November 04, 2013
Corporate maneuvering may be throwing a wrinkle into plans for the next big U.S. Air Force combat aircraft program, the Long Range Strike-Bomber (LRS-B), as Boeing and Lockheed Martin formed a powerful team to win the $100 billion-plus program. Left as a wallflower, Northrop Grumman has pointedly not confirmed its intention to compete, indicating unhappiness with the Pentagon's approach. But with most aspects of the program classified, companies are generally silent about their plans.
Under the agreement announced Oct. 25, Boeing will be the prime contractor, with Lockheed Martin as its primary teammate. This is their second trip to the altar on the USAF's next bomber, having joined forces in 2007 on what was then the Next-Generation Bomber (NGB) (the deal was announced in early 2008). Aimed at delivering a new bomber in 2018, NGB was canceled as a full-acquisition program in 2009, due to a combination of cost, risk and the 2008 fiscal crisis, and the two companies continued work separately.
The LRS-B program is aimed at delivering 80-100 very stealthy long-range bombers to the Air Force, with an initial operational capability in 2024-26, and with a unit procurement cost ceiling of $550 million, not including engineering and manufacturing development (EMD) and upgrades. The Air Force was given the go-ahead for LRS-B in early 2011, with easier operational requirements than NGB, particularly related to endurance and a cost ceiling endorsed by senior Pentagon leadership.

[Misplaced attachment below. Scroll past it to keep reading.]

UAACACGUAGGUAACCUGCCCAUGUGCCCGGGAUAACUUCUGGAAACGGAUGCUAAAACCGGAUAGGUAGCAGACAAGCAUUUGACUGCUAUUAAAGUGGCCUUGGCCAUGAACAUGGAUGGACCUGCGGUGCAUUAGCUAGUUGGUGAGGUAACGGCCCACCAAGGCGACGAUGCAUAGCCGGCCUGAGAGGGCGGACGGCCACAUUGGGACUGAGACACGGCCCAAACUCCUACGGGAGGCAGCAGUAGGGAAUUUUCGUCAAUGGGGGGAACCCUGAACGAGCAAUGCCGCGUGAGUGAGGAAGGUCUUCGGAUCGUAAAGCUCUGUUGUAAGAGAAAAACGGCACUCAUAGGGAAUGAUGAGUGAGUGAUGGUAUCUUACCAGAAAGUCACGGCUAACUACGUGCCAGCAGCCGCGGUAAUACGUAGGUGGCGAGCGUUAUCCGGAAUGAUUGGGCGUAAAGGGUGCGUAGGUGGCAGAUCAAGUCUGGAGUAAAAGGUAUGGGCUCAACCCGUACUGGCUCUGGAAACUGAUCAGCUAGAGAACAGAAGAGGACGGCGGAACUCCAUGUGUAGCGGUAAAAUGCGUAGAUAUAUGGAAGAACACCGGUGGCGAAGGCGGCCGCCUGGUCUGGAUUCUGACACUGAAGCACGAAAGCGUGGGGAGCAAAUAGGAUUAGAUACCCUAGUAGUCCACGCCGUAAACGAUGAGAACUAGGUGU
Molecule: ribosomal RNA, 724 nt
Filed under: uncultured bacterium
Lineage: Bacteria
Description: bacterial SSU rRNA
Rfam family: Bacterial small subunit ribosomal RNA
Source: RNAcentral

Unlike NGB, the LRS-B is expected to work as part of a family of LRS systems, including a long-endurance stealthy unmanned air system (UAS) (already under development by Northrop Grumman, under a classified program) and a future cruise missile (LRS-M). It is likely to be smaller than NGB and earlier USAF bombers.
NGB has apparently survived as the umbrella title for a number of risk-reduction efforts, including, according to an industry source (AW&ST Dec. 3, 2012, p. 29), a large-scale flight demonstrator produced by the Lockheed Martin Skunk Works. “The risk being hedged against is the risk of not being able to deliver an aircraft in 2025,” one government official adds. “Unless you are close to flying something now, you are not going to do that.”
In an attempt to avoid the massive cost overruns endemic to its advanced programs, the Pentagon is imposing new constraints on the LRS-B program. Lt. Gen. Mark Shackelford, who retired in late 2011 as the Air Force's military deputy in the office of the assistant USAF secretary for acquisition, said in September at the Air Force Association's convention that the Pentagon is proposing many elements of EMD will be fixed-price, with cost-reimbursable line items limited to areas where the government sees risk. Incentive payments will be tied to tangible deliverables rather than paper milestones. Senior Pentagon leadership will supervise a “should-cost” process, controlling the release of money to the program office and retaining a contingency reserve.
The Pentagon expects contractors to invest in the program, Shackelford suggested. He told delegates that “keeping the program sold will be critical for some time” and that industry “has to be prepared to bridge until the government funding starts to flow.” The next round of study and risk-reduction contracts had been scheduled for first-quarter 2014, but given that more sequester-driven budget cuts are likely, “I wouldn't count on a first-quarter award,” he warned.